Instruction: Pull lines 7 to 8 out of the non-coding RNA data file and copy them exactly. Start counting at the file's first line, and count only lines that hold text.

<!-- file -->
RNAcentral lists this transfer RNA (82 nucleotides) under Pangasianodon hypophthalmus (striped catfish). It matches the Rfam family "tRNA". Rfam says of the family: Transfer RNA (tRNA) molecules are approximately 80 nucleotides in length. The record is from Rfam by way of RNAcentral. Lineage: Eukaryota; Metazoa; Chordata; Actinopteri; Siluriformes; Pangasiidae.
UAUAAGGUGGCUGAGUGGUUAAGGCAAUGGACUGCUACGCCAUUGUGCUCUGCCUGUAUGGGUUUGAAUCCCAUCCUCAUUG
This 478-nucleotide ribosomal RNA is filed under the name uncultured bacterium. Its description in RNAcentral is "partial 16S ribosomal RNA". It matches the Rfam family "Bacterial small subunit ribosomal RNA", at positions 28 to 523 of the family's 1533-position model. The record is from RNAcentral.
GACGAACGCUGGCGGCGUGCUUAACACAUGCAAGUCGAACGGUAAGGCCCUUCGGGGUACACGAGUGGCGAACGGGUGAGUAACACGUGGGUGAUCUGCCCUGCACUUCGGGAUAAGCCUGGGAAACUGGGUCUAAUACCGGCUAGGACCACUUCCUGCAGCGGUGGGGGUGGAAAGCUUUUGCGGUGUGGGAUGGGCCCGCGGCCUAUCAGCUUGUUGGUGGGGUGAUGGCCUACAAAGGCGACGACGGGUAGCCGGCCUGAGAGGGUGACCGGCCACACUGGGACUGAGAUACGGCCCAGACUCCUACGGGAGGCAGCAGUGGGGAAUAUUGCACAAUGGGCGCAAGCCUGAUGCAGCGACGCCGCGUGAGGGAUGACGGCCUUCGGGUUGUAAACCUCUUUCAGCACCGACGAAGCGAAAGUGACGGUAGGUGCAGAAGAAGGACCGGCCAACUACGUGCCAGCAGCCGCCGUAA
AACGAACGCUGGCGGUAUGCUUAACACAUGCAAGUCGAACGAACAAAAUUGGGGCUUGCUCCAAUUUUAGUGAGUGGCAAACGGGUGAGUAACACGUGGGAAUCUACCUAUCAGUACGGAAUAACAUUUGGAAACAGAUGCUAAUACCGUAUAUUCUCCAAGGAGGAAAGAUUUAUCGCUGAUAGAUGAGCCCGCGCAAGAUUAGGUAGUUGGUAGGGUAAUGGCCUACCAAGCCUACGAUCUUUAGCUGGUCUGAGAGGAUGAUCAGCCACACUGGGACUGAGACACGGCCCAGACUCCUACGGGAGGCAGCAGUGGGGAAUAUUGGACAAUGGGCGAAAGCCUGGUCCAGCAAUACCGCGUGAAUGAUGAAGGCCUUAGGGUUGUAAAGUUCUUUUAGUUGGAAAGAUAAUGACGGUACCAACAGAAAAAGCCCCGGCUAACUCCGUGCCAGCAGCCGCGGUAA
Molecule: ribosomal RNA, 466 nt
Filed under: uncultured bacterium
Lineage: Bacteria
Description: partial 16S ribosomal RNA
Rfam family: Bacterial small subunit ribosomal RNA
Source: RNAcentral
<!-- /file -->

Filed under: uncultured bacterium
Lineage: Bacteria